EMU members with a derogation from adopting the euro may request at any time an assessment of their progress in fulfilling the requirements for the single currency. In any event, assessments are required of all EMU members with a derogation (even if not a member of ERM2) at least once every two years.53 The EC and the ECB prepare separate, parallel Convergence Reports as inputs to a decision by the ECOFIN Council (Council of Economics and Finance Ministers of the European Union) on whether the country has fulfilled the necessary conditions.54 A qualified majority is needed to overturn the derogation on monetary union. While both the EC and the ECB are guided by the treaty definitions of the convergence criteria, they have discretion in interpreting and applying them: potentially, one could find compliance while the other does not. Decisions are made by the ECOFIN Council.

After satisfying the Maastricht criteria and agreeing on the final irrevocable exchange rate at which its currency will be converted, a country relinquishes its own currency for the euro. Euro-area members are required to abide by the SGP. They are also required to present annual Stability Programs that cover the current and at least the three following years. The ECOFIN Council, on a recommendation from the EC, delivers an opinion on each program and may ask member states to strengthen it.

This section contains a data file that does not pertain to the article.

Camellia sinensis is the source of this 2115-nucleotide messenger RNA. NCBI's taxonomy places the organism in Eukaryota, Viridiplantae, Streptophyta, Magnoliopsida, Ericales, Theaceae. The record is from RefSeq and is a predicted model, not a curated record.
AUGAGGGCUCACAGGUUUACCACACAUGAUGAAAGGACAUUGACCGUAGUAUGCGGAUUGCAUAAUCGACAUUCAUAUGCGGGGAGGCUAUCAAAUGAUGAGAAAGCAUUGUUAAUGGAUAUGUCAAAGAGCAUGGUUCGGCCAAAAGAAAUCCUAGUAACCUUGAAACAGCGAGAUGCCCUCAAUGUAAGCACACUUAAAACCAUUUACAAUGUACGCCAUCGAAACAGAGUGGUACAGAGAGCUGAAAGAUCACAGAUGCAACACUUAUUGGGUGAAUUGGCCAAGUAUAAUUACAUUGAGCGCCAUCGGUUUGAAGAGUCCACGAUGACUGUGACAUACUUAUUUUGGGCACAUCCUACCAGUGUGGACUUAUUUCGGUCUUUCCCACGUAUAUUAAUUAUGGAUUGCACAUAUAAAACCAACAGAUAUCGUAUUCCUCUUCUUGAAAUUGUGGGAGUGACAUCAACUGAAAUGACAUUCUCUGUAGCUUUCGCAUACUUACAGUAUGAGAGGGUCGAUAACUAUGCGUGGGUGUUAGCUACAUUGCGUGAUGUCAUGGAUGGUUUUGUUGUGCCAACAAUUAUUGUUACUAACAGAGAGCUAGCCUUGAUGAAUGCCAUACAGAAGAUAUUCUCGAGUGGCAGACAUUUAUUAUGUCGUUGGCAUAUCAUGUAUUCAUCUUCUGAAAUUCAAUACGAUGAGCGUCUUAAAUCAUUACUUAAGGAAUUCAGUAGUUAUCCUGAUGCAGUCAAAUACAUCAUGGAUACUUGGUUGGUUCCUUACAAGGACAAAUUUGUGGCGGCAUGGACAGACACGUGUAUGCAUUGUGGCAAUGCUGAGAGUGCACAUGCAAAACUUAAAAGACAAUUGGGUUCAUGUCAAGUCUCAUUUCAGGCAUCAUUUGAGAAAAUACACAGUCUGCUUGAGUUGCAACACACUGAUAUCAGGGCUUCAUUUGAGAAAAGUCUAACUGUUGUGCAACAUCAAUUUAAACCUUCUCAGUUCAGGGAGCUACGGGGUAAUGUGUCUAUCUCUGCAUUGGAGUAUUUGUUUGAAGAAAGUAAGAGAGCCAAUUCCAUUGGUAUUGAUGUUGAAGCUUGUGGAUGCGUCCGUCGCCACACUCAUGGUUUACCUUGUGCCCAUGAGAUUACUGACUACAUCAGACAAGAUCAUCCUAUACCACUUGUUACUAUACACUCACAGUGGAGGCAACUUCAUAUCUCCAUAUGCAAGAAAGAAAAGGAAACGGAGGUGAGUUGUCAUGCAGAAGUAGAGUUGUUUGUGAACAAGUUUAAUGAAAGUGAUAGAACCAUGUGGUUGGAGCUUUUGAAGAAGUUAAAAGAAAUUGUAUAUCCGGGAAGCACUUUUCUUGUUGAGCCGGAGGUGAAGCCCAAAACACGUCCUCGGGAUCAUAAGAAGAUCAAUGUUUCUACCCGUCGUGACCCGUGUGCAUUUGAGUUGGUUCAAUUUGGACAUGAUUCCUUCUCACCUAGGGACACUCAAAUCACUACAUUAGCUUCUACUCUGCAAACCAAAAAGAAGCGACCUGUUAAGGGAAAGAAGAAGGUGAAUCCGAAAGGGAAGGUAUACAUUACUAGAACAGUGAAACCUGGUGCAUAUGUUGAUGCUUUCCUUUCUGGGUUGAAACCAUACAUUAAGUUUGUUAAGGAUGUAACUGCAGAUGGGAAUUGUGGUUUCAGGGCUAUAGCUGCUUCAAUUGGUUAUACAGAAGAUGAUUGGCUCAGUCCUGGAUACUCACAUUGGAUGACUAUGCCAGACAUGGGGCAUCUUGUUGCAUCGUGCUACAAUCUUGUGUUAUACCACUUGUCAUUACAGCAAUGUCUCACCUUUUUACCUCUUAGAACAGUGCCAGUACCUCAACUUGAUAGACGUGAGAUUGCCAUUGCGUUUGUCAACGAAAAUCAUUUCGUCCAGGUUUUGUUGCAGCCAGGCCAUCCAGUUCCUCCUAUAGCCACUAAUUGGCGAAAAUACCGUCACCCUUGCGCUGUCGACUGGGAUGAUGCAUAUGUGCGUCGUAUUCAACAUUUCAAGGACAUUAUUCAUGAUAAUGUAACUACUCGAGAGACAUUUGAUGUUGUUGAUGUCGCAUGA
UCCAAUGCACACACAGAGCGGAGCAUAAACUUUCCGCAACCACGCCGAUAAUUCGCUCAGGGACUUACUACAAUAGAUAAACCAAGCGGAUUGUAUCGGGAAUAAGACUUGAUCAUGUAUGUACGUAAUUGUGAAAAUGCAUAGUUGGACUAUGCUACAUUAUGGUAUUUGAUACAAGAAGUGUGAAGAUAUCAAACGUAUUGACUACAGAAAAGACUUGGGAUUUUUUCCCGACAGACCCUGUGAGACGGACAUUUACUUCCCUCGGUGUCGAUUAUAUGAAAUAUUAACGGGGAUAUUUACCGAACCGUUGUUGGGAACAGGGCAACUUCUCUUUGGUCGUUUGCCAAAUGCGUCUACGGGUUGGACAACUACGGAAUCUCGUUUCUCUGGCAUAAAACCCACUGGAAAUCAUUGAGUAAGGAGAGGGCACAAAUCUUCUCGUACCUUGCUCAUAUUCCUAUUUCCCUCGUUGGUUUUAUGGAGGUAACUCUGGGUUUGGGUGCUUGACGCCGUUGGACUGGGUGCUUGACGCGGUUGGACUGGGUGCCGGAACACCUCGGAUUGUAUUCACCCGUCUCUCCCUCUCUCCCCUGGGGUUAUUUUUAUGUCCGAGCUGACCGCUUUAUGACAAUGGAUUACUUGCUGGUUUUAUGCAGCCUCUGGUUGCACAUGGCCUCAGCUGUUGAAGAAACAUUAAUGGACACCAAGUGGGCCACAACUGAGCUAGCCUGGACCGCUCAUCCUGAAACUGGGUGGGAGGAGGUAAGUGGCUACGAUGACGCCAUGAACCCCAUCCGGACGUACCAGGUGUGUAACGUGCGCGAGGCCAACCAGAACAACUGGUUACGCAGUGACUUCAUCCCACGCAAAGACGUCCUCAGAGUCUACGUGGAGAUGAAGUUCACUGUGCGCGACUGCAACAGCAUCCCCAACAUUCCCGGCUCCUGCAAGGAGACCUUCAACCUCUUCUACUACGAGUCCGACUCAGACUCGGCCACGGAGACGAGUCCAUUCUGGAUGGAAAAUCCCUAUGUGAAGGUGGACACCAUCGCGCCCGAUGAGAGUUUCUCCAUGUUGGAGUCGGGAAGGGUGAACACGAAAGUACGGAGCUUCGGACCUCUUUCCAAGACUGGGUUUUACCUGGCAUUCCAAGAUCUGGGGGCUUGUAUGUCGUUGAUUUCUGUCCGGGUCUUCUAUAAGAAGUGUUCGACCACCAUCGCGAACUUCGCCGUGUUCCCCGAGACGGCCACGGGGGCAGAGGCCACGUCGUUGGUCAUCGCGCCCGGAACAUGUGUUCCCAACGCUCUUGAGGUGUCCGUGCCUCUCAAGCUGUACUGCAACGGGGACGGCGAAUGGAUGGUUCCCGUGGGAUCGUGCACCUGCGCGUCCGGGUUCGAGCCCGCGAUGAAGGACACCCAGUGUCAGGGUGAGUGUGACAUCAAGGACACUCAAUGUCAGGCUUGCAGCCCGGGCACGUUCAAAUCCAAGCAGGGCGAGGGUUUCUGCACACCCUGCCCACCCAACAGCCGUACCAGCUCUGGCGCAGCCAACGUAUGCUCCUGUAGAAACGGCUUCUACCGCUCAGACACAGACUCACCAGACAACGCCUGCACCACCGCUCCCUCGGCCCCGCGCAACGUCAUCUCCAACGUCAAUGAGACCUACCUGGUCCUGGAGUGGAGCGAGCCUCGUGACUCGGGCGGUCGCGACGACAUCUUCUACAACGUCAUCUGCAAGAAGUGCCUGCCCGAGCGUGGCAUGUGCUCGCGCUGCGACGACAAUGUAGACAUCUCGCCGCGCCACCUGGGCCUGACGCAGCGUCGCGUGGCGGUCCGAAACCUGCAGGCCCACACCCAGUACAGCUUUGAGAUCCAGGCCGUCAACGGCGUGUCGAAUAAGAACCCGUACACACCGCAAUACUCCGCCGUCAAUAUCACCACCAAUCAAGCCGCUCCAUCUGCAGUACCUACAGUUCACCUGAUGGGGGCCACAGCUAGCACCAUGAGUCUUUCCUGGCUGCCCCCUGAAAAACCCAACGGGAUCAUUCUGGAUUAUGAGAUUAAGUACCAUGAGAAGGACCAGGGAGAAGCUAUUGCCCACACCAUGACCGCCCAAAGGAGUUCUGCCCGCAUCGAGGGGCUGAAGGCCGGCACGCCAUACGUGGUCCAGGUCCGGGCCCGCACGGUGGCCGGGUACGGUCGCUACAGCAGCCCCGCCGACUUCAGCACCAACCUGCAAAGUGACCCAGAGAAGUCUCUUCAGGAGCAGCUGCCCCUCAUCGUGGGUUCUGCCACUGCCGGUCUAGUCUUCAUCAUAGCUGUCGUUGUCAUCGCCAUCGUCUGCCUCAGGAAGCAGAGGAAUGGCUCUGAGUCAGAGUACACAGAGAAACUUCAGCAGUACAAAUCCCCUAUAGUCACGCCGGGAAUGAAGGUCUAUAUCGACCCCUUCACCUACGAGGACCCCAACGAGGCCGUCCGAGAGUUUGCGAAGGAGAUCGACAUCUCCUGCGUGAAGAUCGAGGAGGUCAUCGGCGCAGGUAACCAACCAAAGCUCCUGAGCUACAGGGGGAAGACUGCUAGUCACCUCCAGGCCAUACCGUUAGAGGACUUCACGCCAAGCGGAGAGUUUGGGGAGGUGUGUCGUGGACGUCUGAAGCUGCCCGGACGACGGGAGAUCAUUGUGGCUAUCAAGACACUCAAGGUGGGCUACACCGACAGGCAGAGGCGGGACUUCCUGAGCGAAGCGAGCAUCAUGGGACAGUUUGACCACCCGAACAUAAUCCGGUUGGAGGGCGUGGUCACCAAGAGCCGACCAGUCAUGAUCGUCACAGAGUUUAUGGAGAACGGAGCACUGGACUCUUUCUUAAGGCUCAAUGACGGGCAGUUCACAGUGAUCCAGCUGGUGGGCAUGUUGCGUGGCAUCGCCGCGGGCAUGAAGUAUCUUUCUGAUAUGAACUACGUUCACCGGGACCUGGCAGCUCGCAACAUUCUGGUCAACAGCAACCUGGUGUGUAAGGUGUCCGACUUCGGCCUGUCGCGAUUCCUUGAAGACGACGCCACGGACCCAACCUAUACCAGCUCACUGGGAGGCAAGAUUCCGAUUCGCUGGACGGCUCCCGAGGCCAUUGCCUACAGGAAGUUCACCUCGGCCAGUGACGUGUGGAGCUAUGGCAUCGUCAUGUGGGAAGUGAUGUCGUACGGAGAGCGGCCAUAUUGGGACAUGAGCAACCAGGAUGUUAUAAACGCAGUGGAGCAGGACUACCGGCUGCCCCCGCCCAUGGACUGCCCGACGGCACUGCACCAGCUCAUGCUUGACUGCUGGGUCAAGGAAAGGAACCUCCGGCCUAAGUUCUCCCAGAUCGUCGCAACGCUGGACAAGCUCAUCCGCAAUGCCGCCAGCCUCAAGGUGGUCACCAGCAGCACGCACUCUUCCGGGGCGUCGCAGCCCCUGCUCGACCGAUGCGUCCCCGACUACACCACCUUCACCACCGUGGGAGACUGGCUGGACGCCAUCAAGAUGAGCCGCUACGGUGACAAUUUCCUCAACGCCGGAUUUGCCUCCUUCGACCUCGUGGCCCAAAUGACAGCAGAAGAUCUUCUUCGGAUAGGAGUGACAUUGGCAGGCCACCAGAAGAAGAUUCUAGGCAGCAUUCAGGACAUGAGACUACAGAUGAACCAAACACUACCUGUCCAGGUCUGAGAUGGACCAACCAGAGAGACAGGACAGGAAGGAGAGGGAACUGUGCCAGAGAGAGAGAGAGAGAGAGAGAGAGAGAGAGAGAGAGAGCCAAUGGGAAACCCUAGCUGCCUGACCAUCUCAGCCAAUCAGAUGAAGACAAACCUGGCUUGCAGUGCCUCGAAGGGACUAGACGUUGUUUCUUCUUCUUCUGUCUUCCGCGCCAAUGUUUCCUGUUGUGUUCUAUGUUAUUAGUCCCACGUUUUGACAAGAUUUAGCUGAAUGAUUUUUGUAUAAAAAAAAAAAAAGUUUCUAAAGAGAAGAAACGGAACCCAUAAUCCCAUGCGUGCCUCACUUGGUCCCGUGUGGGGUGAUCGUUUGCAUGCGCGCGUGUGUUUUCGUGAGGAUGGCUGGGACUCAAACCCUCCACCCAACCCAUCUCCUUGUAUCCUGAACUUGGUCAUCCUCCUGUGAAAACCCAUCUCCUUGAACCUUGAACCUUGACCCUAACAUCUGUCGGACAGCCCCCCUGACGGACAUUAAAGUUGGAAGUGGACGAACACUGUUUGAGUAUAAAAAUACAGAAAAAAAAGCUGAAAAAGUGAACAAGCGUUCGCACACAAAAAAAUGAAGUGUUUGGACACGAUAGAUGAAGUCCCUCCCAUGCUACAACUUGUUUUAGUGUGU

ERM2: Rules and Questions

After accession, countries may request to join ERM2.55 No explicit preconditions exist for joining ERM2. Its purpose is to guide market expectations and to test the appropriateness of the central parity. The central parity is decided by agreement between the member state, the euro-area member states, the ECB, and other member states participating in the mechanism.56 The central parity may be realigned to head off speculative pressures: all parties have the right to initiate the realignment procedure.57 ERM2 is compatible with a range of monetary and exchange rate frameworks. The ECB identifies the only incompatibilities as fully floating exchange rates, pegs to currencies other than the euro, crawling pegs, and unilateral “euroization.” Establishing narrower fluctuation bands within ERM2 is permitted.58 Compatibility of currency board arrangements with participation in ERM2 is assessed on a case-by-case basis.59

The discretion afforded the ECB and EC in interpreting the fulfillment of the Maastricht exchange rate criterion and the previous participants’ experiences in ERM and ERM2 have resulted in considerable debate about what the criterion requires.